July 6, 2016
By Gina Larsen, guest
Joe McGrane is tall and lanky, a man of warm and quiet demeanor. He is also a faith-filled Catholic from a family of 11 children who once considered the seminary, a Vietnam veteran, a husband and a father. His career path has taken him from an undergraduate economics degree at Loras College in Dubuque to law school at the University of Iowa to the trust department of what would become Bank One Trust Company in Neenah. In 2004, he co-founded Legacy Private Trust Company in Neenah, where I met him to find out more about his connection to Valley VNA and his seat on its board of directors.
I learned Joe doesn’t have a single connection to Valley VNA; rather, he’s spent a lifetime cultivating values, relationships, and perspectives that make the people of the VNA—staff, residents, and fellow board members—a natural fit for his heart and service. The very first thing he said to me was, “How can you not help but fall in love with VNA?” And then, after a pause, “How can you not want to help a person like Theresa Pichelmeyer? Theresa is so good at her job. She’s always been very clear that she needs the board. She depends on us for helping to make business decisions so she can focus on caring for people.”
The VNA call to service came in 1999, with an invitation from Frank Kearny , current Valley VNA board president, whom Joe describes as a fascinating friend and “bright, gutsy, visionary, full-steam-ahead” kind of man. “He told me he needed me on the board, and I could expect to meet just four times a year. For a while, four times a year turned into four times a month.” Joe quickly internalized the important work of Valley VNA, “… for the residents, for the community, and even for ourselves someday. I was drawn in because I thoroughly enjoyed working with Carol (Ventura, then-VNA president) and Frank and the staff. I’ve gotten really attached.”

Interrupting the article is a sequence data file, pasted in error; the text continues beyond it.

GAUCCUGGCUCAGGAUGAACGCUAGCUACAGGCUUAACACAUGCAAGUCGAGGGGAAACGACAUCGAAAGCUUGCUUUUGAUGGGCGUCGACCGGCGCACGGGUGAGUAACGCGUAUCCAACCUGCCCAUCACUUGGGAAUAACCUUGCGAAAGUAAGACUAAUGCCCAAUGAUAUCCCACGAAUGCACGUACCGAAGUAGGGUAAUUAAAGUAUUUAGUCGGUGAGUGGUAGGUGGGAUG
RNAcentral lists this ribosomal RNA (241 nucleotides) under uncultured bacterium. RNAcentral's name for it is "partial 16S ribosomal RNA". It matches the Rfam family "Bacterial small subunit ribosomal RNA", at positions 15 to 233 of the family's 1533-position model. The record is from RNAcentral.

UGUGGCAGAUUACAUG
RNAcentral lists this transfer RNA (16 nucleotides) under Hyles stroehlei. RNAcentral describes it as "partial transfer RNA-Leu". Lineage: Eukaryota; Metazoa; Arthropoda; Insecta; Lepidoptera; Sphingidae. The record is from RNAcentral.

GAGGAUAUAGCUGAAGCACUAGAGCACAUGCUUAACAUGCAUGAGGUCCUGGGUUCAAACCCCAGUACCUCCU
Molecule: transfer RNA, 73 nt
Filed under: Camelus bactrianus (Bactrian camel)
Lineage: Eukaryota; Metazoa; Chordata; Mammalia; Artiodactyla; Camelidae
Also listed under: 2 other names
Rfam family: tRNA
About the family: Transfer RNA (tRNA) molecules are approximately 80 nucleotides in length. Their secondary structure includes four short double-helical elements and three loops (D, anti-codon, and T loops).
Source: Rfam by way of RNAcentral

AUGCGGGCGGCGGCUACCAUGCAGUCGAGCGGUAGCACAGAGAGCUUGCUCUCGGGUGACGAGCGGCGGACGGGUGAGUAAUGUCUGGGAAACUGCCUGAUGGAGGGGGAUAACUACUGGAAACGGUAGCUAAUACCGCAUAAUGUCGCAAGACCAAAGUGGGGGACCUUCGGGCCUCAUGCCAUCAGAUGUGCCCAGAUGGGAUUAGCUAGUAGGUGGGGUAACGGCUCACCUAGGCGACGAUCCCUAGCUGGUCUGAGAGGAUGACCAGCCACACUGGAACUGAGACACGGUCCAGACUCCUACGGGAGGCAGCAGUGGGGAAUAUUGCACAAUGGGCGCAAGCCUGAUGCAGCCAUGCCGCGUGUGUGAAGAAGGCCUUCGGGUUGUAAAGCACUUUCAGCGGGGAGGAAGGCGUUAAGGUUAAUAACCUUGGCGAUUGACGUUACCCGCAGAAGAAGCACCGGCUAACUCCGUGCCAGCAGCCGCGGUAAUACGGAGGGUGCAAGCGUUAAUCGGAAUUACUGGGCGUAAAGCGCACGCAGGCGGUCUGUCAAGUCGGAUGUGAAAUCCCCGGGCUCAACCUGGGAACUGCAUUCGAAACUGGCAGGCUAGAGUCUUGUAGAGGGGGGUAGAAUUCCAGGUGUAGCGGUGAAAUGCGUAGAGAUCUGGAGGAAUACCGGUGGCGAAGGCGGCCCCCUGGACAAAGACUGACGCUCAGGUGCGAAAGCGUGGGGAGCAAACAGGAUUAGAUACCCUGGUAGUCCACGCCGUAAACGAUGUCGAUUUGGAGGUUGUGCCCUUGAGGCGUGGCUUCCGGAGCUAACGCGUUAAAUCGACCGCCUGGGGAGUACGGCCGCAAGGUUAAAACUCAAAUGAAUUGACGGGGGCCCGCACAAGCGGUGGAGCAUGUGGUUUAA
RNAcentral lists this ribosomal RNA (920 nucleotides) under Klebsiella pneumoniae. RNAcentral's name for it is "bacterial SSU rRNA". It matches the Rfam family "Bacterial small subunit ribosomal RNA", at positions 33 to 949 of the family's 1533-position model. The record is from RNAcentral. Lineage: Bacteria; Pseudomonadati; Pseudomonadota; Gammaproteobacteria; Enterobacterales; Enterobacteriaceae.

The next few years had board members on the road, traveling to tour and inquire about the structure and design of non-profit mission-driven senior care organizations. “We had to ask ourselves, ‘What are we known for? Who are we? Who do we want to be?’” Initial plans to build a nursing home were scrapped, excess property was sold, and a new administrative and common area for residents was built.
Naturally pensive, Joe understands the importance of that first call from Frank Kearny nearly 17 years ago. He also marvels at the others who changed his life trajectory: the high school nun, his chemistry teacher, who ignited in him a passion for learning and college; the college faculty advisor who redirected him to law school, and the bank president who influenced him to move to Neenah in January 1980.
Joe calls these individuals pivot people—people who change the overall course of your life with a call, a word of advice, or the planting of a seed that may lie dormant until the right conditions cause it to germinate and grow. “It makes me think carefully about what I say, too, because I could be someone’s pivot person.”
Joe’s father resided in a memory care unit in his adopted state of Texas for three years before his death a year ago at age 98. Joe lost his mother two years earlier. During visits with his dad, the two would simply sit quietly, watch a movie, or venture down whatever memory lane his father chose. “I tell my siblings that I think Dad remained with us for those three years for us, to see that his personhood remained intact, to the very end of his life’s long journey. That’s at the heart of why I work for Valley VNA, because every life has value.”
If you have questions or comments about the operation of the Valley VNA board of directors, please read more of our recent board member profiles or feel free to contact Theresa Pichelmeyer, Valley VNA President & CEO, at (920) 727-5555.